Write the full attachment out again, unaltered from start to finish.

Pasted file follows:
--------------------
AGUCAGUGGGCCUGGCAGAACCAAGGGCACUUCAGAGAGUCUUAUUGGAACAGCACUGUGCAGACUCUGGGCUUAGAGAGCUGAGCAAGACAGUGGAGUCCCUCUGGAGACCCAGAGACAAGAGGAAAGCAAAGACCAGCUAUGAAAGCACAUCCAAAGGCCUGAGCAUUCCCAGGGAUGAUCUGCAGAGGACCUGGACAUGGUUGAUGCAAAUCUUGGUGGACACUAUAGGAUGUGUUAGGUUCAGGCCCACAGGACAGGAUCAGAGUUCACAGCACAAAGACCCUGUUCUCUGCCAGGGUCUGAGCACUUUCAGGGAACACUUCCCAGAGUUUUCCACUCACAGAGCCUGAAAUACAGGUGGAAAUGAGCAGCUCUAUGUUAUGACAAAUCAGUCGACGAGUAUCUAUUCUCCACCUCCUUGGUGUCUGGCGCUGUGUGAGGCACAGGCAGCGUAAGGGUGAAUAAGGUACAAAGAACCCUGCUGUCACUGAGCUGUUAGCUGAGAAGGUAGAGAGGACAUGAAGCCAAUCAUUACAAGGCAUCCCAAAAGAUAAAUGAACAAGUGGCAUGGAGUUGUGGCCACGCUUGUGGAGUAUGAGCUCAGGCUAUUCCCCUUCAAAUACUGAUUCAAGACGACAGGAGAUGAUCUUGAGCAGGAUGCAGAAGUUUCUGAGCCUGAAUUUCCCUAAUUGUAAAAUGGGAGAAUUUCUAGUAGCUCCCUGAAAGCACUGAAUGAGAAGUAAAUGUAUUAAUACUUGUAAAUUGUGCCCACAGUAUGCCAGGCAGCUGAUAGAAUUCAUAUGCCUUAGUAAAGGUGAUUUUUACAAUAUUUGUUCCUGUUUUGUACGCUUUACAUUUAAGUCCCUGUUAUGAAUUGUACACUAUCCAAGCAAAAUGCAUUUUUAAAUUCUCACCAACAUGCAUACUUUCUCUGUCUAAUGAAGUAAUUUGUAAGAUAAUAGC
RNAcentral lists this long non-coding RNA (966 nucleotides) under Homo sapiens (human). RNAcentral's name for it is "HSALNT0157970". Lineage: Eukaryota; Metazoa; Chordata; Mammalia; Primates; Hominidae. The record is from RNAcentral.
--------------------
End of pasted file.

AGUCAGUGGGCCUGGCAGAACCAAGGGCACUUCAGAGAGUCUUAUUGGAACAGCACUGUGCAGACUCUGGGCUUAGAGAGCUGAGCAAGACAGUGGAGUCCCUCUGGAGACCCAGAGACAAGAGGAAAGCAAAGACCAGCUAUGAAAGCACAUCCAAAGGCCUGAGCAUUCCCAGGGAUGAUCUGCAGAGGACCUGGACAUGGUUGAUGCAAAUCUUGGUGGACACUAUAGGAUGUGUUAGGUUCAGGCCCACAGGACAGGAUCAGAGUUCACAGCACAAAGACCCUGUUCUCUGCCAGGGUCUGAGCACUUUCAGGGAACACUUCCCAGAGUUUUCCACUCACAGAGCCUGAAAUACAGGUGGAAAUGAGCAGCUCUAUGUUAUGACAAAUCAGUCGACGAGUAUCUAUUCUCCACCUCCUUGGUGUCUGGCGCUGUGUGAGGCACAGGCAGCGUAAGGGUGAAUAAGGUACAAAGAACCCUGCUGUCACUGAGCUGUUAGCUGAGAAGGUAGAGAGGACAUGAAGCCAAUCAUUACAAGGCAUCCCAAAAGAUAAAUGAACAAGUGGCAUGGAGUUGUGGCCACGCUUGUGGAGUAUGAGCUCAGGCUAUUCCCCUUCAAAUACUGAUUCAAGACGACAGGAGAUGAUCUUGAGCAGGAUGCAGAAGUUUCUGAGCCUGAAUUUCCCUAAUUGUAAAAUGGGAGAAUUUCUAGUAGCUCCCUGAAAGCACUGAAUGAGAAGUAAAUGUAUUAAUACUUGUAAAUUGUGCCCACAGUAUGCCAGGCAGCUGAUAGAAUUCAUAUGCCUUAGUAAAGGUGAUUUUUACAAUAUUUGUUCCUGUUUUGUACGCUUUACAUUUAAGUCCCUGUUAUGAAUUGUACACUAUCCAAGCAAAAUGCAUUUUUAAAUUCUCACCAACAUGCAUACUUUCUCUGUCUAAUGAAGUAAUUUGUAAGAUAAUAGC
RNAcentral lists this long non-coding RNA (966 nucleotides) under Homo sapiens (human). RNAcentral's name for it is "HSALNT0157970". Lineage: Eukaryota; Metazoa; Chordata; Mammalia; Primates; Hominidae. The record is from RNAcentral.